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Prevention Efforts Needed to Stem HIV Among Black and Latino MSM
by Jon Garbo

African American and Latino men who have sex with men (MSM) are becoming infected with HIV at disproportionately high rates, and the U.S. government needs to step up its prevention efforts to stem the spread of the disease, an official from the U.S. Centers for Disease Control and Prevention (CDC) announced May 31.


"We must address the urgent prevention needs of African American and Latino gay and bisexual men, especially young men," said Helene D. Gayle, M.D., M.P.H., director of the CDCís National Center for HIV, STD and TB Prevention (NCHSTP).

Dr. Gayle pointed to two recent CDC-funded studies that underscore the need for action. The first, a seven-city study MSM age 15 to 22, conducted between 1994 and 1998, found that 14.1 percent of African American participants tested positive for HIV, compared to 6.9 percent of Latinos and 3.3 percent of Caucasians. The second, a six-city study of MSM age 23 to 29, conducted between 1998 and 2000, found that 30 percent of African American participants had HIV, compared to 15 percent of Latinos and 7 percent of Caucasians. Recent data from this study, though based on a small sample size, indicate that annual infection rates are also sharply higher among African Americans: 17 percent, compared to 4 percent among Latinos and MSM of mixed race and 3 percent among Caucasians.

"Americans who are most threatened [by HIV/AIDS] today are those who are often most invisible to society," such as young African American gay men, said Dr. Gayle. "Efforts must continue to be tailored to the specific needs of these men" and should take into account cultural differences -- such as stigma associated with homosexuality and AIDS -- that can become roadblocks to prevention.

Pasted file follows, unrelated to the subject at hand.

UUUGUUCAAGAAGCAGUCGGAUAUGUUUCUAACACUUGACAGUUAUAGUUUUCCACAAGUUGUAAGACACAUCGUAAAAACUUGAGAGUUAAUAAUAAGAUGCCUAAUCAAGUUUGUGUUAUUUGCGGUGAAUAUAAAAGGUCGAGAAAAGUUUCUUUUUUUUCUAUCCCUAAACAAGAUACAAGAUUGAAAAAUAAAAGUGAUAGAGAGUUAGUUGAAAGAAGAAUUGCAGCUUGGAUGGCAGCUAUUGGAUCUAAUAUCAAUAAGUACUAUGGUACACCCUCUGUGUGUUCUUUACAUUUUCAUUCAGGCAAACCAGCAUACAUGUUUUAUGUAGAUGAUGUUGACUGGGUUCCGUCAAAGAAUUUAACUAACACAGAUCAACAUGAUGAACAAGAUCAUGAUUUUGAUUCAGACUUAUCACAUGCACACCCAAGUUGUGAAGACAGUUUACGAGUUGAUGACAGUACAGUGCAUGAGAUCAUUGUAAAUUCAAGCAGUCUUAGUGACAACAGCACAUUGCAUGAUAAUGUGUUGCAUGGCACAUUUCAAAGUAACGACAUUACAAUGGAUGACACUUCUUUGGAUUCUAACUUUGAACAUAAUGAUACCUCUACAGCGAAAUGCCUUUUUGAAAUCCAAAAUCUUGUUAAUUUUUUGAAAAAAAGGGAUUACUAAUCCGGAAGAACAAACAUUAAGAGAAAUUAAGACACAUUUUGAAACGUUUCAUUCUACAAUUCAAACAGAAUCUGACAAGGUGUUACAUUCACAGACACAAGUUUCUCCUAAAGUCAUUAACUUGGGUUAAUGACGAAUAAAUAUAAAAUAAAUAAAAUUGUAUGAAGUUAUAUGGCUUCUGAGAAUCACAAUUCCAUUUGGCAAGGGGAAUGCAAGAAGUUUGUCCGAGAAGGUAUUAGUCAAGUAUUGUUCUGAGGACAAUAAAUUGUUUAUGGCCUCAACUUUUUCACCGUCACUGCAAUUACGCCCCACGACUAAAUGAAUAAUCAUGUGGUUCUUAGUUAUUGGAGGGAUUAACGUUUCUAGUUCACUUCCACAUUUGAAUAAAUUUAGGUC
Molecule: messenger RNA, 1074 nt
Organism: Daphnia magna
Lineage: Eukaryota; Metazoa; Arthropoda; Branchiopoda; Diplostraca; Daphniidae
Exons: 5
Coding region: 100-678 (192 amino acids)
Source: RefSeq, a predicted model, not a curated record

"There is more of a stigma in African American and Latino communities about men who have sex with men," explained Marty Algaze, communications director for GMHC in New York, NY, the nationís longest running AIDS service organization.
"It's like an underground world where men have sex with men, then go home to their wives and girlfriends."
This stigma prevents many of these men from self-identifying as gay or bisexual, "so they donít identify themselves with the prevention programs targeted to gay men."

"Itís sort of like an underground world where these men have sex with men, then go home to their wives and girlfriends" who may subsequently become infected, he said. Rates of HIV among heterosexual women of color are also skyrocketing: 64 out of every 100 women in the U.S. who become newly infected are African American, according to CDC data.

Inadequate funding also makes reaching MSM of color a challenge. "We need to find ways to reach these men, but it's so difficult, considering thereís been so little funding for prevention programs," said Algaze. In response to the CDC data, LGBT activists called on Congress and President Bush to increase funding for HIV prevention programs that target at-risk populations. "It is extremely disturbing that the 20th anniversary of the first AIDS report is marked by increasing evidence of the resurgence of the disease in young gay and bisexual men," said Winnie Stachelberg, political director of the Human Rights Campaign in Washington, DC.

Algaze urged all MSM to take steps to protect themselves against HIV. "Take it for granted that everyone you have sex with could be HIV-positive, then make decisions to protect yourself from getting infected," he said. "This is a life and death decision. AIDS is still a fatal disease -- thereís still no cure, thereís still no vaccine."

Updated: Thursday, 31 May 2001


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